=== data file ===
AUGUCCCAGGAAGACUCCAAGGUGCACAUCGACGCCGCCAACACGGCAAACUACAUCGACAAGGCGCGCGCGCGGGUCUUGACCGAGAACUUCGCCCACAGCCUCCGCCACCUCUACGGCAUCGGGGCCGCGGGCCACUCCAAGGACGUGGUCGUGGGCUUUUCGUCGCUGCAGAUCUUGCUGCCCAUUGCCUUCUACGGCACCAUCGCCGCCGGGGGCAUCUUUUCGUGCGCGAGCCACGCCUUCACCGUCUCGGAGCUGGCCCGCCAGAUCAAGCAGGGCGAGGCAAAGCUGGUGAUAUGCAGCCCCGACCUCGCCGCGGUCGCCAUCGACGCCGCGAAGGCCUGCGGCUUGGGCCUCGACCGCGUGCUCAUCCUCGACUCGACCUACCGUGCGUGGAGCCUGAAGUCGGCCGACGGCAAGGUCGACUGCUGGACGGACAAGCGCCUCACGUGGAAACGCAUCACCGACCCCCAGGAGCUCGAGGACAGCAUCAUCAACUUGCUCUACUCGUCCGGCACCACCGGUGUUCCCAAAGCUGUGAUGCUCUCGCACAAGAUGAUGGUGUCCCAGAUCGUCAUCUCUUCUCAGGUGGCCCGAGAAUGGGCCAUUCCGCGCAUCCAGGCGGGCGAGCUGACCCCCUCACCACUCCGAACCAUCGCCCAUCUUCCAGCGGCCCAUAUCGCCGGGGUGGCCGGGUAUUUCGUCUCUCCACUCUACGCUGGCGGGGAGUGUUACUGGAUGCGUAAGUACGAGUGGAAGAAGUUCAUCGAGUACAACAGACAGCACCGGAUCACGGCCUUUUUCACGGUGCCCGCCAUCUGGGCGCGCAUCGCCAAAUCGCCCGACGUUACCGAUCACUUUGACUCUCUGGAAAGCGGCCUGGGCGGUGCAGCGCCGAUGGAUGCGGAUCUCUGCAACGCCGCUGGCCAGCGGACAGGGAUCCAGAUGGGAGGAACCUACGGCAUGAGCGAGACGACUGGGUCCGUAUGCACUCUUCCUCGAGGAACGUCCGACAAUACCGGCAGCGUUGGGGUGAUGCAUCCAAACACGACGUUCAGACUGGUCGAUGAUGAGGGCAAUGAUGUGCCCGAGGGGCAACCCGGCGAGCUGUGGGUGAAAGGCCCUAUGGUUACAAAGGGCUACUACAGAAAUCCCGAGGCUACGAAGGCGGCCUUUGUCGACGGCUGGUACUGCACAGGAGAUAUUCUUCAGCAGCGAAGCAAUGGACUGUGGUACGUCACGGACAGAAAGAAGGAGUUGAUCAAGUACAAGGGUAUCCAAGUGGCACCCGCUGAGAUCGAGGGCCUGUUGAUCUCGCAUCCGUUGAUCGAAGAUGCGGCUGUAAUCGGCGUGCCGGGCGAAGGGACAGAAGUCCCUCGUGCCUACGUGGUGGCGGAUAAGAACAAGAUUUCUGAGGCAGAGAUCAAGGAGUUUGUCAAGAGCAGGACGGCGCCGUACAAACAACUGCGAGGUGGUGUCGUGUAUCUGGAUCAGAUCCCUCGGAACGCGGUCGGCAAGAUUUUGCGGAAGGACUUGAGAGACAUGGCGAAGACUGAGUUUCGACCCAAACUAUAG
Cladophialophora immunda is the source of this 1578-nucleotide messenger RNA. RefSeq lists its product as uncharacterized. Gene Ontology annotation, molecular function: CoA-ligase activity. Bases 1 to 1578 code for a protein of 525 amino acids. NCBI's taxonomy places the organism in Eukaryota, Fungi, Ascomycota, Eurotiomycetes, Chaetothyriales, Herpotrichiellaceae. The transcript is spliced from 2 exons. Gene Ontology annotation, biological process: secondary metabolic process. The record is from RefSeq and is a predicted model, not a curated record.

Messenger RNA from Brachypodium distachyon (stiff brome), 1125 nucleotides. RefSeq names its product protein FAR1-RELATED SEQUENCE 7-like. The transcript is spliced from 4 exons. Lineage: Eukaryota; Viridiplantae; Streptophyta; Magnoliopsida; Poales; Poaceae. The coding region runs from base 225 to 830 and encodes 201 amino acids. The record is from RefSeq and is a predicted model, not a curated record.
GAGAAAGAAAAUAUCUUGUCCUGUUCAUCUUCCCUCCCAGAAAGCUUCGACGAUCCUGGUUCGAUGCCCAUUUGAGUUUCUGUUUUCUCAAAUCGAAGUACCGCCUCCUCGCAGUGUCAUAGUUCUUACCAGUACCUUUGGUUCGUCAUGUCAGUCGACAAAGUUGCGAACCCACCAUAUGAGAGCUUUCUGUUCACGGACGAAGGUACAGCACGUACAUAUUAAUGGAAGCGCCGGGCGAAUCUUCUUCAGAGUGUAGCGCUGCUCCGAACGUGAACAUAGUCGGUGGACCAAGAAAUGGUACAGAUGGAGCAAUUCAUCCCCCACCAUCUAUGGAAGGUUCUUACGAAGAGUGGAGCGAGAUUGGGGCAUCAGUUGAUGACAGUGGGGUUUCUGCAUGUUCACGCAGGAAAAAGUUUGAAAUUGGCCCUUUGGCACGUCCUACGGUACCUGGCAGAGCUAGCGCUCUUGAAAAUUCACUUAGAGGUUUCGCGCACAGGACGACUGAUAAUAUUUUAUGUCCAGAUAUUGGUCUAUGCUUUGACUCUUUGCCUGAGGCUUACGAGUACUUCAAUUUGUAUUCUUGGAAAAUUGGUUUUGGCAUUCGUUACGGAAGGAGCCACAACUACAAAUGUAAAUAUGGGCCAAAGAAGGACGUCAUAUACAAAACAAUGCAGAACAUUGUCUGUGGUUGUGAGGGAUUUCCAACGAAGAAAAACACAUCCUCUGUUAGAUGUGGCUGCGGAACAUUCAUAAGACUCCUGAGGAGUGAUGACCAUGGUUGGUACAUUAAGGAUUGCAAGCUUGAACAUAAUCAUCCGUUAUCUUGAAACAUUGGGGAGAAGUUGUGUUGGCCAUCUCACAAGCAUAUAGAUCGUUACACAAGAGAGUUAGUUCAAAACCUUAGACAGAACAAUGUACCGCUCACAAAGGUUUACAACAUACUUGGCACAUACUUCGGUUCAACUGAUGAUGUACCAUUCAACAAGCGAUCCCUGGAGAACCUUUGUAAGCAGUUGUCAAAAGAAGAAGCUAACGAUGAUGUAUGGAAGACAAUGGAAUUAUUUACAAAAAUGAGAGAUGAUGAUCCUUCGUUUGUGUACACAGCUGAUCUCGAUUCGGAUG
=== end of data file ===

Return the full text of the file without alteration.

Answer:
AUGUCCCAGGAAGACUCCAAGGUGCACAUCGACGCCGCCAACACGGCAAACUACAUCGACAAGGCGCGCGCGCGGGUCUUGACCGAGAACUUCGCCCACAGCCUCCGCCACCUCUACGGCAUCGGGGCCGCGGGCCACUCCAAGGACGUGGUCGUGGGCUUUUCGUCGCUGCAGAUCUUGCUGCCCAUUGCCUUCUACGGCACCAUCGCCGCCGGGGGCAUCUUUUCGUGCGCGAGCCACGCCUUCACCGUCUCGGAGCUGGCCCGCCAGAUCAAGCAGGGCGAGGCAAAGCUGGUGAUAUGCAGCCCCGACCUCGCCGCGGUCGCCAUCGACGCCGCGAAGGCCUGCGGCUUGGGCCUCGACCGCGUGCUCAUCCUCGACUCGACCUACCGUGCGUGGAGCCUGAAGUCGGCCGACGGCAAGGUCGACUGCUGGACGGACAAGCGCCUCACGUGGAAACGCAUCACCGACCCCCAGGAGCUCGAGGACAGCAUCAUCAACUUGCUCUACUCGUCCGGCACCACCGGUGUUCCCAAAGCUGUGAUGCUCUCGCACAAGAUGAUGGUGUCCCAGAUCGUCAUCUCUUCUCAGGUGGCCCGAGAAUGGGCCAUUCCGCGCAUCCAGGCGGGCGAGCUGACCCCCUCACCACUCCGAACCAUCGCCCAUCUUCCAGCGGCCCAUAUCGCCGGGGUGGCCGGGUAUUUCGUCUCUCCACUCUACGCUGGCGGGGAGUGUUACUGGAUGCGUAAGUACGAGUGGAAGAAGUUCAUCGAGUACAACAGACAGCACCGGAUCACGGCCUUUUUCACGGUGCCCGCCAUCUGGGCGCGCAUCGCCAAAUCGCCCGACGUUACCGAUCACUUUGACUCUCUGGAAAGCGGCCUGGGCGGUGCAGCGCCGAUGGAUGCGGAUCUCUGCAACGCCGCUGGCCAGCGGACAGGGAUCCAGAUGGGAGGAACCUACGGCAUGAGCGAGACGACUGGGUCCGUAUGCACUCUUCCUCGAGGAACGUCCGACAAUACCGGCAGCGUUGGGGUGAUGCAUCCAAACACGACGUUCAGACUGGUCGAUGAUGAGGGCAAUGAUGUGCCCGAGGGGCAACCCGGCGAGCUGUGGGUGAAAGGCCCUAUGGUUACAAAGGGCUACUACAGAAAUCCCGAGGCUACGAAGGCGGCCUUUGUCGACGGCUGGUACUGCACAGGAGAUAUUCUUCAGCAGCGAAGCAAUGGACUGUGGUACGUCACGGACAGAAAGAAGGAGUUGAUCAAGUACAAGGGUAUCCAAGUGGCACCCGCUGAGAUCGAGGGCCUGUUGAUCUCGCAUCCGUUGAUCGAAGAUGCGGCUGUAAUCGGCGUGCCGGGCGAAGGGACAGAAGUCCCUCGUGCCUACGUGGUGGCGGAUAAGAACAAGAUUUCUGAGGCAGAGAUCAAGGAGUUUGUCAAGAGCAGGACGGCGCCGUACAAACAACUGCGAGGUGGUGUCGUGUAUCUGGAUCAGAUCCCUCGGAACGCGGUCGGCAAGAUUUUGCGGAAGGACUUGAGAGACAUGGCGAAGACUGAGUUUCGACCCAAACUAUAG
Cladophialophora immunda is the source of this 1578-nucleotide messenger RNA. RefSeq lists its product as uncharacterized. Gene Ontology annotation, molecular function: CoA-ligase activity. Bases 1 to 1578 code for a protein of 525 amino acids. NCBI's taxonomy places the organism in Eukaryota, Fungi, Ascomycota, Eurotiomycetes, Chaetothyriales, Herpotrichiellaceae. The transcript is spliced from 2 exons. Gene Ontology annotation, biological process: secondary metabolic process. The record is from RefSeq and is a predicted model, not a curated record.

Messenger RNA from Brachypodium distachyon (stiff brome), 1125 nucleotides. RefSeq names its product protein FAR1-RELATED SEQUENCE 7-like. The transcript is spliced from 4 exons. Lineage: Eukaryota; Viridiplantae; Streptophyta; Magnoliopsida; Poales; Poaceae. The coding region runs from base 225 to 830 and encodes 201 amino acids. The record is from RefSeq and is a predicted model, not a curated record.
GAGAAAGAAAAUAUCUUGUCCUGUUCAUCUUCCCUCCCAGAAAGCUUCGACGAUCCUGGUUCGAUGCCCAUUUGAGUUUCUGUUUUCUCAAAUCGAAGUACCGCCUCCUCGCAGUGUCAUAGUUCUUACCAGUACCUUUGGUUCGUCAUGUCAGUCGACAAAGUUGCGAACCCACCAUAUGAGAGCUUUCUGUUCACGGACGAAGGUACAGCACGUACAUAUUAAUGGAAGCGCCGGGCGAAUCUUCUUCAGAGUGUAGCGCUGCUCCGAACGUGAACAUAGUCGGUGGACCAAGAAAUGGUACAGAUGGAGCAAUUCAUCCCCCACCAUCUAUGGAAGGUUCUUACGAAGAGUGGAGCGAGAUUGGGGCAUCAGUUGAUGACAGUGGGGUUUCUGCAUGUUCACGCAGGAAAAAGUUUGAAAUUGGCCCUUUGGCACGUCCUACGGUACCUGGCAGAGCUAGCGCUCUUGAAAAUUCACUUAGAGGUUUCGCGCACAGGACGACUGAUAAUAUUUUAUGUCCAGAUAUUGGUCUAUGCUUUGACUCUUUGCCUGAGGCUUACGAGUACUUCAAUUUGUAUUCUUGGAAAAUUGGUUUUGGCAUUCGUUACGGAAGGAGCCACAACUACAAAUGUAAAUAUGGGCCAAAGAAGGACGUCAUAUACAAAACAAUGCAGAACAUUGUCUGUGGUUGUGAGGGAUUUCCAACGAAGAAAAACACAUCCUCUGUUAGAUGUGGCUGCGGAACAUUCAUAAGACUCCUGAGGAGUGAUGACCAUGGUUGGUACAUUAAGGAUUGCAAGCUUGAACAUAAUCAUCCGUUAUCUUGAAACAUUGGGGAGAAGUUGUGUUGGCCAUCUCACAAGCAUAUAGAUCGUUACACAAGAGAGUUAGUUCAAAACCUUAGACAGAACAAUGUACCGCUCACAAAGGUUUACAACAUACUUGGCACAUACUUCGGUUCAACUGAUGAUGUACCAUUCAACAAGCGAUCCCUGGAGAACCUUUGUAAGCAGUUGUCAAAAGAAGAAGCUAACGAUGAUGUAUGGAAGACAAUGGAAUUAUUUACAAAAAUGAGAGAUGAUGAUCCUUCGUUUGUGUACACAGCUGAUCUCGAUUCGGAUG